As nutrition policy coordinator for the Center for Science in the Public Interest (CSPI), Jennifer Eder urges food, beverage and entertainment companies to market only healthy food and drinks to children. PreventObesity.net often works alongside CSPI on campaigns to gather support of activists to create healthy environments and policies for kids.
What inspired you to start working on childhood obesity?
Before making the switch to public health, I was an education reporter in Wilmington, Del. and spent a lot of time in schools seeing firsthand the effects of unhealthy diets and too little physical activity among students. But I also witnessed the Nemours Health and Prevention Services’ 5-2-1-Almost None campaign and its innovative work in child care, which inspired me to make a career change to public health where I could focus on improving children’s health and reducing childhood obesity.
How are you helping to reverse childhood obesity?
As a nutrition policy coordinator at the Center for Science in the Public Interest, I work to help end the excessive marketing of unhealthy food to children by urging food, beverage and entertainment companies to improve their marketing practices. I also encourage restaurants to revamp their kids’ meals by including healthier options. By organizing advocacy campaigns that include sign-on letters, social media and action alerts, I help to create a healthier environment for children. This past summer, I helped lead an effort to add almost 75 new members to the Food Marketing Workgroup, a group of advocates dedicated to eliminating harmful food marketing. I’m also overseeing a project supported by the Robert Wood Johnson Foundation to identify which messages resonate best with mothers to mobilize them to take action against unhealthy food marketing.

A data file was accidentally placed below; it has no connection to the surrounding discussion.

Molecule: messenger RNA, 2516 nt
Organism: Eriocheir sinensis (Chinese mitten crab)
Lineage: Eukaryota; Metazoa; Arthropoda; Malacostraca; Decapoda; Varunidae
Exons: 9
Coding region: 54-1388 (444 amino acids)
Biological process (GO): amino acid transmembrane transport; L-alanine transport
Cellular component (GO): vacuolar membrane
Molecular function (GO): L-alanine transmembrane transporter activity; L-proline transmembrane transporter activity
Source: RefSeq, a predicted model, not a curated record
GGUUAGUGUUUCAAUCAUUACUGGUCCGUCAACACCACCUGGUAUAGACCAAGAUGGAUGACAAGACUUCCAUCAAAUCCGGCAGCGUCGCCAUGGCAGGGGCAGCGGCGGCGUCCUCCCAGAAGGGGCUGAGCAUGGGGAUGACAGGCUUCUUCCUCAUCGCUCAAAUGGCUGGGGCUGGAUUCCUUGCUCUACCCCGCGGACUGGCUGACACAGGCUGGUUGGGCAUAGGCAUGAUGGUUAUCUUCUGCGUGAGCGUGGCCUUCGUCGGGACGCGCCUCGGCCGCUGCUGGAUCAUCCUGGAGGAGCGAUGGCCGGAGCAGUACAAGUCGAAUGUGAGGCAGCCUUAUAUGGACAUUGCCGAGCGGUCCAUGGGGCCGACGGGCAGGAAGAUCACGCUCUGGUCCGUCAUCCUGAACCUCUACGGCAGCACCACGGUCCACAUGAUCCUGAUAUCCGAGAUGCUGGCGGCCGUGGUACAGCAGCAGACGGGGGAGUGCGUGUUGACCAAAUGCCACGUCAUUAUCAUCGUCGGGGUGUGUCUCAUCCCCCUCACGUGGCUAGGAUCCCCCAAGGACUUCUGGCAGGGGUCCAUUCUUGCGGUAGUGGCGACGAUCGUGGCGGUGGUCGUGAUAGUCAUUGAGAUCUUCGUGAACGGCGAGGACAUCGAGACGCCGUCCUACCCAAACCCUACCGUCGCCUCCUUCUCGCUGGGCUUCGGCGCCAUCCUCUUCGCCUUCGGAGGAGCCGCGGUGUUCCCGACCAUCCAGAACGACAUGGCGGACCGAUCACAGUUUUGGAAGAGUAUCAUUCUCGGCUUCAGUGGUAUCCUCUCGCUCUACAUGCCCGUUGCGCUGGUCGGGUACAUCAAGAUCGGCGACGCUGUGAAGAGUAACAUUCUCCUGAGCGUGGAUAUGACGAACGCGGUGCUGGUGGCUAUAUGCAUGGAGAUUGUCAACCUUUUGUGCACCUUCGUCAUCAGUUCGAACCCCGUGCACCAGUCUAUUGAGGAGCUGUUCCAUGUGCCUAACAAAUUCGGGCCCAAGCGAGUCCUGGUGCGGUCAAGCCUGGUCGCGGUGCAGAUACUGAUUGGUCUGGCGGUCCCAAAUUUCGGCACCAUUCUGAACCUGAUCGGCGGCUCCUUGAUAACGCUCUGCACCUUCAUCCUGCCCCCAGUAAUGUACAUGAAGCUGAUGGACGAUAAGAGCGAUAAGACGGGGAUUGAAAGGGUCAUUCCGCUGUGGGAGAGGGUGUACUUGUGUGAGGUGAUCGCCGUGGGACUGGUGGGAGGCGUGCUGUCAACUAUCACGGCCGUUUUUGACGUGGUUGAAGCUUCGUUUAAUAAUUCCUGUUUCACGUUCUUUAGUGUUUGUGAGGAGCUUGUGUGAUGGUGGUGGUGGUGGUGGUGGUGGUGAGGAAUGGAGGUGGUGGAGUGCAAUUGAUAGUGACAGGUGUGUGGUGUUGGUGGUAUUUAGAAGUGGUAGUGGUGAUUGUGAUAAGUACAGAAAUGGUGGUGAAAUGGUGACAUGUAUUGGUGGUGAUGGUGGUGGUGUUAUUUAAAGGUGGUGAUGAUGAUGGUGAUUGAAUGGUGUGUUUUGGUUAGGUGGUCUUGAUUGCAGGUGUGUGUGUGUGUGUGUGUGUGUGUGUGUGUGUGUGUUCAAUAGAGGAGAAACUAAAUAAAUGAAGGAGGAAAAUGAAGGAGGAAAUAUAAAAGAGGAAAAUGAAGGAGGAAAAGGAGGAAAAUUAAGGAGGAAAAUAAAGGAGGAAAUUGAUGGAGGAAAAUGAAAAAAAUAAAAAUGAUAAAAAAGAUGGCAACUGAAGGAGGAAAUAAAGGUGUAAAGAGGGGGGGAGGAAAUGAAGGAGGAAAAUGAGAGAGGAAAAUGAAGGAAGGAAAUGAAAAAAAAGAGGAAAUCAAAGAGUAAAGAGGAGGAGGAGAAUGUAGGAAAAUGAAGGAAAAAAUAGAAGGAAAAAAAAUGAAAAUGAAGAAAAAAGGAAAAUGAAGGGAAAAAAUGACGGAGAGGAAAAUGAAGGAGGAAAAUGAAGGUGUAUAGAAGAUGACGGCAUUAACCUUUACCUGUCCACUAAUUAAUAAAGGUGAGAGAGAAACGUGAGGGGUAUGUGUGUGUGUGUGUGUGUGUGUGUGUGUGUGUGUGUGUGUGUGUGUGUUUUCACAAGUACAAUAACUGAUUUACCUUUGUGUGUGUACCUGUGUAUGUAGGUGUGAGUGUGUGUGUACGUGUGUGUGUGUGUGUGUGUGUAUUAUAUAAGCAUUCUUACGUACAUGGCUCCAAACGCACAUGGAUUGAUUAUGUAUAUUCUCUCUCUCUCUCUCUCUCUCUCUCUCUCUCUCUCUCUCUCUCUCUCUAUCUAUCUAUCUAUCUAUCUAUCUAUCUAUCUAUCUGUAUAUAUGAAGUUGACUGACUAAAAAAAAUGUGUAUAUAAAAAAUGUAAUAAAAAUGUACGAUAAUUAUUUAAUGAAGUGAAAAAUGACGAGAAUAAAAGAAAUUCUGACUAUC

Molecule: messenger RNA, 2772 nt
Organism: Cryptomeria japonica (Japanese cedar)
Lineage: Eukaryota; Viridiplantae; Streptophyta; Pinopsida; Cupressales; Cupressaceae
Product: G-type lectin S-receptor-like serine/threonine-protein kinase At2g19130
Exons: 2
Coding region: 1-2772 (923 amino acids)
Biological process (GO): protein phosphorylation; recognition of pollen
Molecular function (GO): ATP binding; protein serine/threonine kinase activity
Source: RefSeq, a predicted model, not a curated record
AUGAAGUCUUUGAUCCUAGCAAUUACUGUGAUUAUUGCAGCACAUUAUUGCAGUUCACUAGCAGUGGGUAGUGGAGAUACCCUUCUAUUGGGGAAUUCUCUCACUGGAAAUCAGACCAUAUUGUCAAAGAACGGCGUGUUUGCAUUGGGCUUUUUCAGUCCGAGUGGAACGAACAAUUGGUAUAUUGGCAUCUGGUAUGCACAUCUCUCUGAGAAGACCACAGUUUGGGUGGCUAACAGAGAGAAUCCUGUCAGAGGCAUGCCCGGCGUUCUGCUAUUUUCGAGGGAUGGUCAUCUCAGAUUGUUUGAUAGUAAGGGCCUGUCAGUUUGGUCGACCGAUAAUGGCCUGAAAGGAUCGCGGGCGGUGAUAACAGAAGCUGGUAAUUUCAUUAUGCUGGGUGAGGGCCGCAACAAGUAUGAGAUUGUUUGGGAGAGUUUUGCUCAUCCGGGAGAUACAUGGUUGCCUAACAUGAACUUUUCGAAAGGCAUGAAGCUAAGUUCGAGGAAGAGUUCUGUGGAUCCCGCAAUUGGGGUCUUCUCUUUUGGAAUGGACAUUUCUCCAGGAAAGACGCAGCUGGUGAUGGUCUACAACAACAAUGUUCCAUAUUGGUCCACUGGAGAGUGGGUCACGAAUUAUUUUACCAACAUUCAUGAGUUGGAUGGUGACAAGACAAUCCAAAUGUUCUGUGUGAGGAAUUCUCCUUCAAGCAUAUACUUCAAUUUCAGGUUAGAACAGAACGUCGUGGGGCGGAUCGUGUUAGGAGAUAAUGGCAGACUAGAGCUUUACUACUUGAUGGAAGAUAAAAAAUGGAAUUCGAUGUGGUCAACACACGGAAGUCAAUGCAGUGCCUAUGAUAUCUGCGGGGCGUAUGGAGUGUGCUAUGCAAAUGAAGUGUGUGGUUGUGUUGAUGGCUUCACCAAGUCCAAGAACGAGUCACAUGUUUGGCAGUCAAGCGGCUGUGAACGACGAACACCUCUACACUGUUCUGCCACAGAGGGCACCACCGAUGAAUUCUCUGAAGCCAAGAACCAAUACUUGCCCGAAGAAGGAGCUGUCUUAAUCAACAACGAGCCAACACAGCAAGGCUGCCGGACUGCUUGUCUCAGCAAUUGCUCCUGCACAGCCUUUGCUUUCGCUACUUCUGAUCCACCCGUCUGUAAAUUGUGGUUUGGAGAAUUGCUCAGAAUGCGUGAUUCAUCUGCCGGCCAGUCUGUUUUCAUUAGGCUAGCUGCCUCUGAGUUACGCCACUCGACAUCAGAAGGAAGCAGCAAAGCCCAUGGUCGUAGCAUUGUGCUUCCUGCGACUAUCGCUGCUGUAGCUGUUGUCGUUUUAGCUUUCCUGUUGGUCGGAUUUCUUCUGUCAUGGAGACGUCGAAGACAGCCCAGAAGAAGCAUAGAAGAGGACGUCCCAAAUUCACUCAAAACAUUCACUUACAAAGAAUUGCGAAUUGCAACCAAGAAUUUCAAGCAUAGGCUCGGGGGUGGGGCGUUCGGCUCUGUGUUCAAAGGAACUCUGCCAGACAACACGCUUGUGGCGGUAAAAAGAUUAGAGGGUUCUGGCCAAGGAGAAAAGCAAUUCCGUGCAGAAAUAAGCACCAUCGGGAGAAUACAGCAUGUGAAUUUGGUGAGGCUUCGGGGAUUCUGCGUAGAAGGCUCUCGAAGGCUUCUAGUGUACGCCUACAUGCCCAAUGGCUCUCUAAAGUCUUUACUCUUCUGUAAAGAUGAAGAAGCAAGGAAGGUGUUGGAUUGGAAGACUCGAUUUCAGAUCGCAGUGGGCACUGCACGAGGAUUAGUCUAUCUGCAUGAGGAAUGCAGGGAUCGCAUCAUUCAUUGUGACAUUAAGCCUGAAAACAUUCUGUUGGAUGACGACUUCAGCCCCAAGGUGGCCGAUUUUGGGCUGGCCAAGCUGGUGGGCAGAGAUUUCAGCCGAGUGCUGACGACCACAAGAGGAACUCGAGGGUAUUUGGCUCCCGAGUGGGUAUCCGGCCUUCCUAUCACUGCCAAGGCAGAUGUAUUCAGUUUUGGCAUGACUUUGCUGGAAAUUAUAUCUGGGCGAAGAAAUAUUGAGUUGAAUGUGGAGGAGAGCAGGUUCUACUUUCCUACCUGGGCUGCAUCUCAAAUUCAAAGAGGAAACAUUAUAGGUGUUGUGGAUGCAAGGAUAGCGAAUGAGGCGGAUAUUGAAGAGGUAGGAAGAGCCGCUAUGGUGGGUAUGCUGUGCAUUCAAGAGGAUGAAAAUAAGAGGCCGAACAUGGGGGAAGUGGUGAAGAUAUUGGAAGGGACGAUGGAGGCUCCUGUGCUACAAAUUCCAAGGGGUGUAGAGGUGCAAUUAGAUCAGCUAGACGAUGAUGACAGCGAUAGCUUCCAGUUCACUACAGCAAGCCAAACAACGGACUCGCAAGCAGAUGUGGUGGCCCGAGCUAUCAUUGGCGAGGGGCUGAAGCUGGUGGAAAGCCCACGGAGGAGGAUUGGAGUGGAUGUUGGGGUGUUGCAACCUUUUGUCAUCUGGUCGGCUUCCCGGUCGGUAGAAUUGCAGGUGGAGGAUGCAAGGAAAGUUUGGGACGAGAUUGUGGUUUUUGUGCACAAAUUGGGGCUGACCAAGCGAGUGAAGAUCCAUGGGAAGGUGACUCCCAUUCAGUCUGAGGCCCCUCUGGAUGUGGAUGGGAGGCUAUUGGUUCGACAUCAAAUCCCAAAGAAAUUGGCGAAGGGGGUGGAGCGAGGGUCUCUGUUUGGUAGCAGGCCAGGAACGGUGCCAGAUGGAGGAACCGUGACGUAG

What’s your biggest accomplishment so far in helping reduce childhood obesity?
This summer, we targeted Unilever, the maker of Popsicles, for its on-package marketing, specifically its use of third-party characters. [After] launching a Twitter campaign and sending Unilever a letter outlining our concerns, the company indicated it was discontinuing the use of [a popular children’s character] on its Popsicle boxes as part of its effort to no longer market to children under age 6. We also launched a campaign to urge top restaurant chains to remove soda and other sugary beverages from their children’s menus.
Who is your role model in your work?
Soon after I started pursuing my master’s in public health at the George Washington University School of Public Health and Health Services, I learned about the Center for Science in the Public Interest, specifically the Nutrition Policy Department. My interests aligned perfectly with CSPI’s mission as I began to see the role that policy could make in creating healthier environments and reducing childhood obesity. I attended a conference in 2012 and got to hear Margo Wootan, now my boss, speak. It was evident how passionate and committed she was to improving children’s diets and health, and I knew that I wanted to work with her one day. A few months later I did my master’s practicum at CSPI for three months, and then returned as a nutrition policy coordinator in May 2013. Margo is a great leader and an extremely effective advocate, and I feel lucky I get to learn from her.
What healthy snacks did you enjoy growing up? Did you play any sports?
I grew up playing basketball and running hurdles, and my favorite healthy snacks were bananas and grapes. While I’ve substituted shooting hoops and jumping hurdles for marathons and yoga, I still eat a banana every day with breakfast and often snack on grapes during the day.
Each week, our own Zach Brooks speaks with a Leader to get a quick look at why he or she loves working to create healthy environments for kids. Want to take part? Visit Zach’s profile and contact him.